2015 Volume 39and40 Pages 81-97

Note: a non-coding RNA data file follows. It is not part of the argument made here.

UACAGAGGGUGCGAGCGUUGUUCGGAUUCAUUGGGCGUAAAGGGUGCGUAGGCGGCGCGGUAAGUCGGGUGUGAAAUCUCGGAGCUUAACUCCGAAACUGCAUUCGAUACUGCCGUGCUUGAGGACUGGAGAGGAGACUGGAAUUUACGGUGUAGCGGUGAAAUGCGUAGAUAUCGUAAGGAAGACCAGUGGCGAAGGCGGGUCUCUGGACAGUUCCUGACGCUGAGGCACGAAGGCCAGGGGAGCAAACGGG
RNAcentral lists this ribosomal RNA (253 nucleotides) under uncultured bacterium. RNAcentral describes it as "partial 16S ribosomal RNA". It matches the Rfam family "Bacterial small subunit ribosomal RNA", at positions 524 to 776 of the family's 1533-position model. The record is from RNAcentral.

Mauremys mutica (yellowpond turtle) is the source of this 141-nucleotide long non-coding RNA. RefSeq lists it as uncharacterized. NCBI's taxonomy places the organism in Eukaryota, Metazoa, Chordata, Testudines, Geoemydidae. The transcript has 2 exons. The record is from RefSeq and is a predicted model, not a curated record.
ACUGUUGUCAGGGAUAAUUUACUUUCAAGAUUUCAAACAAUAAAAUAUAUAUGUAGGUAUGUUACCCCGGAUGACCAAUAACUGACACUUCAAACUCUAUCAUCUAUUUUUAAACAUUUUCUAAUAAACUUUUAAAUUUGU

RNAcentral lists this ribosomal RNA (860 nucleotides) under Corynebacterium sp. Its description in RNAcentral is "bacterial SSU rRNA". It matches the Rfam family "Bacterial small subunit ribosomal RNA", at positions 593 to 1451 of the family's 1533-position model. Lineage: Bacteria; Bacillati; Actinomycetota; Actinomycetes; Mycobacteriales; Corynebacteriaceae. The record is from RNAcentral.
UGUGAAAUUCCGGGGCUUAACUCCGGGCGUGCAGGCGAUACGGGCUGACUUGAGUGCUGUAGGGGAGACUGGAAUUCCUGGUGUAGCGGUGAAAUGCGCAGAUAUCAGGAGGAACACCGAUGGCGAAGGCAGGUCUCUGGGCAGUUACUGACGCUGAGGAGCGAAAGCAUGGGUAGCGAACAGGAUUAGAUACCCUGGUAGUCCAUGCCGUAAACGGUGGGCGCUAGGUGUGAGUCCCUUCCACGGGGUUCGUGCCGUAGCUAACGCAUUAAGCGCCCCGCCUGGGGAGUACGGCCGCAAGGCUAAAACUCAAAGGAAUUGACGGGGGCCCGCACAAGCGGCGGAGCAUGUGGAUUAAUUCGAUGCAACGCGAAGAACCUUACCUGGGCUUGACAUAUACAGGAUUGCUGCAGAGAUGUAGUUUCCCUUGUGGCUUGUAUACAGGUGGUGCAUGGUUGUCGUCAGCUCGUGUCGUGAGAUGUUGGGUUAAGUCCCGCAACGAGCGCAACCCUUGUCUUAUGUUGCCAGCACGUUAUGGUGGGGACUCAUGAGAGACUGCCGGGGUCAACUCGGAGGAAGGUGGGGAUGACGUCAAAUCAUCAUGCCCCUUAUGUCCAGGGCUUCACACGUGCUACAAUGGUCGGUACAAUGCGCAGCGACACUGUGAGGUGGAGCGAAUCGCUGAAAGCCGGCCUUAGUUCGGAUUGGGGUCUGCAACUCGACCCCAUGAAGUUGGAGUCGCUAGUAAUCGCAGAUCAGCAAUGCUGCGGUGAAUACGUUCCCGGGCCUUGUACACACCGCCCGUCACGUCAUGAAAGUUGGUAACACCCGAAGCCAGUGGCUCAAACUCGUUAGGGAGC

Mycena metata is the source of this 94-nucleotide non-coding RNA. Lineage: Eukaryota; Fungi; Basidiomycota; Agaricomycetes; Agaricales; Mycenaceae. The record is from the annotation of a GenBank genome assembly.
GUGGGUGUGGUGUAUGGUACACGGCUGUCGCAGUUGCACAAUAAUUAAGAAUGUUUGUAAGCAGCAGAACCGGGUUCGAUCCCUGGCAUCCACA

The title of my essay, “The Unanxious Influence of Spenser for Keats” is an allusion to Harold Bloom’s The Anxiety of Influence, which argues that major poets inevitably swerve away from their main predecessors. I attempt to show here that the opposite is clearly true in the case of Spenser for Keats. Spenser’s influence continued from the beginning of his poetic carrier till the end of his life. In section 1, “Keats’s Spenser,” I present biographical details about the role of Spenser in Keats’s poetic development, focusing on the stylistic elements, the sonorities, that reared his ears. In section 2, “Spenser’s Roman à clef,” I discuss The Shepheardes Calender, a landmark in English pastoral poetry. Spenser models it primarily on Virgil’s Eclogues, but he swerves from the melancholy and nostalgia that are the mainstays of traditional pastorals and deals with topical political and religious issues of the Elizabethan Age. I discuss the work in the context of the pastoral tradition and besides point out its importance for Keats and others. In section 3, “Keats’s Endymion,” I discuss this ambitious work, a pastoral poem in heroic couplets. While he was writing it, Keats took Spenser as his guiding light. Though he swerves from Spenser in thematic focus, avoiding political and religious topicality, he yet clearly imbues his lines with Spenserian sonorities, as he pursues ideal beauty. The character Endymion is himself idealized, not an ordinary shepherd, but the prince of shepherds, riding “a fair-wrought car” in pursuit of the supernal, the goddess Diana or her cynosure Cynthia. And while he is portrayed as achieving this otherworldly goal, what stays with us, I maintain, is the earthly beauty of Keats’s language.